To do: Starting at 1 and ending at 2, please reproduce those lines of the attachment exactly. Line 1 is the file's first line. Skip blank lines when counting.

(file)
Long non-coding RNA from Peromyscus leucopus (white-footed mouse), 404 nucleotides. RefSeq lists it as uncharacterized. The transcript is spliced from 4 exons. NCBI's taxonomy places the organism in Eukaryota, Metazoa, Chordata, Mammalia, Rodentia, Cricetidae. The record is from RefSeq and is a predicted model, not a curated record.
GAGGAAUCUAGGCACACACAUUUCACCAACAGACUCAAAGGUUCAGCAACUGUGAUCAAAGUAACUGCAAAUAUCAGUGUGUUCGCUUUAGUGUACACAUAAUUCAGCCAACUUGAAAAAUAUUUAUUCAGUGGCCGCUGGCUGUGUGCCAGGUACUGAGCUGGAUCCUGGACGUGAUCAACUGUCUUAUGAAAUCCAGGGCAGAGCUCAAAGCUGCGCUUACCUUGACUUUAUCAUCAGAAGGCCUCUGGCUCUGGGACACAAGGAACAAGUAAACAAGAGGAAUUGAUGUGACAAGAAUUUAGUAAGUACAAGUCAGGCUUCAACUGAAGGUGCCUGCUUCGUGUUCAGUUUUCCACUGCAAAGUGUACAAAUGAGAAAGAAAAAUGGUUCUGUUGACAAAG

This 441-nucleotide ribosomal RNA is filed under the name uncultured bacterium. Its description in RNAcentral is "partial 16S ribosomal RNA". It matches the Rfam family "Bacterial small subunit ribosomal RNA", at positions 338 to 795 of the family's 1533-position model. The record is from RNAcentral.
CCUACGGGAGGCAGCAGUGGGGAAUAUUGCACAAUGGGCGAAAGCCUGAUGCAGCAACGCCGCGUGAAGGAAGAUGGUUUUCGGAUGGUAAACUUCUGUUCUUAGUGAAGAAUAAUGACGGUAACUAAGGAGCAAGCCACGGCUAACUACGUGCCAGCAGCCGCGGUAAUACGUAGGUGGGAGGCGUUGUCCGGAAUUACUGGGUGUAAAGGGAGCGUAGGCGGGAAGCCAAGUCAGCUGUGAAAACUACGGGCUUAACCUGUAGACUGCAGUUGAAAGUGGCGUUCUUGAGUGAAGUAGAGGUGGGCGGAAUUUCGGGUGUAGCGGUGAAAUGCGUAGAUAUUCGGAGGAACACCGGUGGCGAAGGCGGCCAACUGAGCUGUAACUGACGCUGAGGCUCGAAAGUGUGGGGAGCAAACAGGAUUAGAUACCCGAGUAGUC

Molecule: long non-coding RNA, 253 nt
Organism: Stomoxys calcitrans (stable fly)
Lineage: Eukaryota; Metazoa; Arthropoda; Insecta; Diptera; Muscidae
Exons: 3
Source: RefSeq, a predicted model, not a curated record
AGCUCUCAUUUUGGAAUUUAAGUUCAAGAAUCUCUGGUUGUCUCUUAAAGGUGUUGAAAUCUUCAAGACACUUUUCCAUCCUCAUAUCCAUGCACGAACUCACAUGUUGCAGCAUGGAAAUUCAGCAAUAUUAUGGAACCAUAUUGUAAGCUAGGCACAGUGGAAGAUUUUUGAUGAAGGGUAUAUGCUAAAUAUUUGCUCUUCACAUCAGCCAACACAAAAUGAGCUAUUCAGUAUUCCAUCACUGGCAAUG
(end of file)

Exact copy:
Long non-coding RNA from Peromyscus leucopus (white-footed mouse), 404 nucleotides. RefSeq lists it as uncharacterized. The transcript is spliced from 4 exons. NCBI's taxonomy places the organism in Eukaryota, Metazoa, Chordata, Mammalia, Rodentia, Cricetidae. The record is from RefSeq and is a predicted model, not a curated record.
GAGGAAUCUAGGCACACACAUUUCACCAACAGACUCAAAGGUUCAGCAACUGUGAUCAAAGUAACUGCAAAUAUCAGUGUGUUCGCUUUAGUGUACACAUAAUUCAGCCAACUUGAAAAAUAUUUAUUCAGUGGCCGCUGGCUGUGUGCCAGGUACUGAGCUGGAUCCUGGACGUGAUCAACUGUCUUAUGAAAUCCAGGGCAGAGCUCAAAGCUGCGCUUACCUUGACUUUAUCAUCAGAAGGCCUCUGGCUCUGGGACACAAGGAACAAGUAAACAAGAGGAAUUGAUGUGACAAGAAUUUAGUAAGUACAAGUCAGGCUUCAACUGAAGGUGCCUGCUUCGUGUUCAGUUUUCCACUGCAAAGUGUACAAAUGAGAAAGAAAAAUGGUUCUGUUGACAAAG